I was born in Little Rock, Arkansas, when legalized segregation was in its clawing-in-the-dirt death throes, and into a culture standing on the wrong side of history. I knew I was an artist pretty much from the moment I had conscious thought; and just as early, surmised that things were not right: that some people in this world were treated differently, pejoratively, because of their race and class. The fact that there were no adults I could talk to about this only caused such questions to fester.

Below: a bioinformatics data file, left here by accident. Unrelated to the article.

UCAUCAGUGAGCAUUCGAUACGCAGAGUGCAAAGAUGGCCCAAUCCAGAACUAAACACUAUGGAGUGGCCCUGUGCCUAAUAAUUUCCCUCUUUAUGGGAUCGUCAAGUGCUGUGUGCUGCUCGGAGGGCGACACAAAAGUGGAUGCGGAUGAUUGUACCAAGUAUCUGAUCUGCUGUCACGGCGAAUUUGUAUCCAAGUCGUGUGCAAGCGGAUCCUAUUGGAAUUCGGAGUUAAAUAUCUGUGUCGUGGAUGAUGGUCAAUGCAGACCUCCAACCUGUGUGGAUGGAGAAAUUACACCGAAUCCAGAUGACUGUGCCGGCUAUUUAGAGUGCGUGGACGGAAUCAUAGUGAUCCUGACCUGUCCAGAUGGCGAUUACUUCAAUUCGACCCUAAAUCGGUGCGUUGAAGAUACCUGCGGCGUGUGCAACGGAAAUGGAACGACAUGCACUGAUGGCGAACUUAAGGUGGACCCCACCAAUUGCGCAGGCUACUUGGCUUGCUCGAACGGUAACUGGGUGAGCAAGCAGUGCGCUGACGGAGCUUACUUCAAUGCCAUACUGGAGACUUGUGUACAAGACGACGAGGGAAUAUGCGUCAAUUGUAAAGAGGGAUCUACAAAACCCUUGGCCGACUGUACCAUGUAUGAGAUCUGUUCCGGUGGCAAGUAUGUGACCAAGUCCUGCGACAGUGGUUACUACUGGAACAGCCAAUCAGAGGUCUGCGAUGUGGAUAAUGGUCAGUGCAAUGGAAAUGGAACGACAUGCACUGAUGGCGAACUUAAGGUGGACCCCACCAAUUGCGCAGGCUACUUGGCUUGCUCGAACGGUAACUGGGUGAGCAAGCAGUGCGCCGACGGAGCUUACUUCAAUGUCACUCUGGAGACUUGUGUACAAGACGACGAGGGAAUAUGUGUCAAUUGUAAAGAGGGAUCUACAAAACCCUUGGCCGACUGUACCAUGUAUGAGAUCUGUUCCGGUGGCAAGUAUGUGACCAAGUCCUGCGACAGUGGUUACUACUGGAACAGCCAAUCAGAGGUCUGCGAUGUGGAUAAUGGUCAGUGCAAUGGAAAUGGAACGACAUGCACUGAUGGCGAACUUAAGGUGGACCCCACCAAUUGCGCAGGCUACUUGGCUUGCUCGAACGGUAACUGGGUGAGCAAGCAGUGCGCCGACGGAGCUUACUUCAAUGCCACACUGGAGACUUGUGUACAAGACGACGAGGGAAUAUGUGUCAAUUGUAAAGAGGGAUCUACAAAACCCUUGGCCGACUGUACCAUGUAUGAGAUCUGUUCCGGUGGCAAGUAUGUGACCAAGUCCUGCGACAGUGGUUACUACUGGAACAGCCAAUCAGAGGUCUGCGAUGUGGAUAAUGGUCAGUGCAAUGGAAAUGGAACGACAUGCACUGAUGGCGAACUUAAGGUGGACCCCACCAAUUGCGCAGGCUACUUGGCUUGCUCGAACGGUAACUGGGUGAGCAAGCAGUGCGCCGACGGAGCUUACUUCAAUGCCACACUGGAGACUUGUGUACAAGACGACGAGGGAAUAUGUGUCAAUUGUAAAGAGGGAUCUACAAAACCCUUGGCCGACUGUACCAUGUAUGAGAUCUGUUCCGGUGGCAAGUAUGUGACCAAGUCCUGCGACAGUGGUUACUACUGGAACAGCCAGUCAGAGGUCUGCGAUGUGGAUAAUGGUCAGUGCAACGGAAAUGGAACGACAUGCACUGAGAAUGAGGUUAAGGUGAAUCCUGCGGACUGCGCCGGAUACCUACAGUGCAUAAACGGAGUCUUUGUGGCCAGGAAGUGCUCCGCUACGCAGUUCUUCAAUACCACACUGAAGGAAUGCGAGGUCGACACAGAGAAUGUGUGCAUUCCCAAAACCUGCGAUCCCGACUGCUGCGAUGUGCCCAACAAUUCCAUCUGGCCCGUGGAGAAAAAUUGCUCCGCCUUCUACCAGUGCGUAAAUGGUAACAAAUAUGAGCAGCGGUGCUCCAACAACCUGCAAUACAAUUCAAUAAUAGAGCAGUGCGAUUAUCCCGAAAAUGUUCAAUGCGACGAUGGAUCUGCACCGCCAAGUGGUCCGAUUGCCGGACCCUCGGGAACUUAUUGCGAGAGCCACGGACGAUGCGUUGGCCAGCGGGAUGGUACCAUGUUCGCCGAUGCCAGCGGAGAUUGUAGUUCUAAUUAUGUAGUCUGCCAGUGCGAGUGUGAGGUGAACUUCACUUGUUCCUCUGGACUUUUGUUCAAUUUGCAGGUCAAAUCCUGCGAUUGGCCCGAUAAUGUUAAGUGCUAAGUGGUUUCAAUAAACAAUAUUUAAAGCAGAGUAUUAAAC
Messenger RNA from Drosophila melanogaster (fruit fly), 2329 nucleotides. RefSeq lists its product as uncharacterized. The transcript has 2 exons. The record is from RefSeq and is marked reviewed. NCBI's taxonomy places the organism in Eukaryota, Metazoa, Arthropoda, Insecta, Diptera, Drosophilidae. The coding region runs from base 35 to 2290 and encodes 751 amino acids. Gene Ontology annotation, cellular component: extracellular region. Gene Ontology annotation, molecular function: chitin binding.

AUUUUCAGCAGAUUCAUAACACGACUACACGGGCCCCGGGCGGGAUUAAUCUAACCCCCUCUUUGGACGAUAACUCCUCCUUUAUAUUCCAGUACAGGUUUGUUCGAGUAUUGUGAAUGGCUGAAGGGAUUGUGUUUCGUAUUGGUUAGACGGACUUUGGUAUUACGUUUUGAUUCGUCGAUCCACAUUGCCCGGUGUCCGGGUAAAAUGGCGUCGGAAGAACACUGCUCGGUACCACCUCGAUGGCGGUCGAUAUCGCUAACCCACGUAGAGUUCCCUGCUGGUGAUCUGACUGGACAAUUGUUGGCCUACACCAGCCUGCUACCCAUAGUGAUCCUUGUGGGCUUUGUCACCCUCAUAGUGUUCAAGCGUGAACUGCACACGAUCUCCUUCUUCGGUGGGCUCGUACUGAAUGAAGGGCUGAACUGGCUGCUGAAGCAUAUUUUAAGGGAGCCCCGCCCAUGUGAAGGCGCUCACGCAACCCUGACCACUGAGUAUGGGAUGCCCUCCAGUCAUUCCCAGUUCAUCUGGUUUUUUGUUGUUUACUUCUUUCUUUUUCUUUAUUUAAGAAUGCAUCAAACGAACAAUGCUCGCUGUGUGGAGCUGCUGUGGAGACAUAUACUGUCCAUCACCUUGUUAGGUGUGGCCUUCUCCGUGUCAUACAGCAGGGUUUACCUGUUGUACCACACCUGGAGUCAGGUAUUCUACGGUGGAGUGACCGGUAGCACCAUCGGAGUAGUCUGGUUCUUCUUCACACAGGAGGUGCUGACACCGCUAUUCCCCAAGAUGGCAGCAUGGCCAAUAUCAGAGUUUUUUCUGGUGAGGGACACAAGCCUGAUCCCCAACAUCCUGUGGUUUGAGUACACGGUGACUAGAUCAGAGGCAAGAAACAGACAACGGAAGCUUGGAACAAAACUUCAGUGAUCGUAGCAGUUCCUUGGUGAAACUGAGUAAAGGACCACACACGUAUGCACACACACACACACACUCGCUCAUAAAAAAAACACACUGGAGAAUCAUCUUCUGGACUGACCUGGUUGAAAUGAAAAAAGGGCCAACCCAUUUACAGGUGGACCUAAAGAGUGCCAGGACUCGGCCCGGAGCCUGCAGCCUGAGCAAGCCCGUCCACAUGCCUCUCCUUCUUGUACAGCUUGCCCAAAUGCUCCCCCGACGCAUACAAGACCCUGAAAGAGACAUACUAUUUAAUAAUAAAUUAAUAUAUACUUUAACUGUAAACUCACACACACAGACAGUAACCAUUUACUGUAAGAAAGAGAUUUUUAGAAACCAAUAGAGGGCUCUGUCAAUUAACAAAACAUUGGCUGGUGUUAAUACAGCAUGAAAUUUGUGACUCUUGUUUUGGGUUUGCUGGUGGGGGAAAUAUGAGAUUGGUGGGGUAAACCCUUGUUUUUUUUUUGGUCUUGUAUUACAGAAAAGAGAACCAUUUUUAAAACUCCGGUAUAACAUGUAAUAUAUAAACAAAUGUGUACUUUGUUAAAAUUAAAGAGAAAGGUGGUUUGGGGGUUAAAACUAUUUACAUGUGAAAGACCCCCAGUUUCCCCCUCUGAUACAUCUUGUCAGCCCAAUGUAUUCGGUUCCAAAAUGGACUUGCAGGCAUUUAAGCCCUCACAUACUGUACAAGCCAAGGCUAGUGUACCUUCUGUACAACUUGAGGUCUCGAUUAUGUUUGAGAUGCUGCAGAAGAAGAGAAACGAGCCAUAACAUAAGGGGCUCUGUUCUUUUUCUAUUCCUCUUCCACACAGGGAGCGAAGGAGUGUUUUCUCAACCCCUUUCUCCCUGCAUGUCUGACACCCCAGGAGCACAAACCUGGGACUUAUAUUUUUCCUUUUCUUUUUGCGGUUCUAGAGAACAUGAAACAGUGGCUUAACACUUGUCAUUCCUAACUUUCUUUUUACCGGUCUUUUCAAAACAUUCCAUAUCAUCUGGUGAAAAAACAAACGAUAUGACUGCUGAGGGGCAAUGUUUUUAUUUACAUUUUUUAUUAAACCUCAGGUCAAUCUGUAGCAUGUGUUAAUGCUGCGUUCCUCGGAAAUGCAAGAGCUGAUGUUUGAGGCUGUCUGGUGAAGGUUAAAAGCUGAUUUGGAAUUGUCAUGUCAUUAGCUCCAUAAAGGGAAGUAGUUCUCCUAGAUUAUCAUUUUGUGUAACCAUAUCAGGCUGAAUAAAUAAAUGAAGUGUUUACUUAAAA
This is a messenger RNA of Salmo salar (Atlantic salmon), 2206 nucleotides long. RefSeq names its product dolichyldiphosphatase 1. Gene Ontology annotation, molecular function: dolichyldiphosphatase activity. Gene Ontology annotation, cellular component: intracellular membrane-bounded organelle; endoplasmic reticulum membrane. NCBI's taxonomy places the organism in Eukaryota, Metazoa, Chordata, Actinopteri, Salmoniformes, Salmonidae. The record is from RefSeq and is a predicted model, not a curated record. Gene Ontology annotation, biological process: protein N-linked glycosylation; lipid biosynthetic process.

Having no access to “real art” – paintings or sculptures in museums – while I was growing up, I only saw reproduced images. And therefore all image-making felt related. And since I considered image-making a gift, I couldn’t understand why someone would make the images I saw that were clearly hurtful and degrading – and again, with no open-minded adult for guidance.
Creating art was my way to break free of the restrictions I experienced – social and class issues, cultural values, authoritarianism, a broken home – and as a consequence I never took, or took kindly to, structured or instructional art classes (life drawing, still life, etc.), because they felt like more impediments to the self-expression that was practically killing me to be released – so I remained largely self-taught.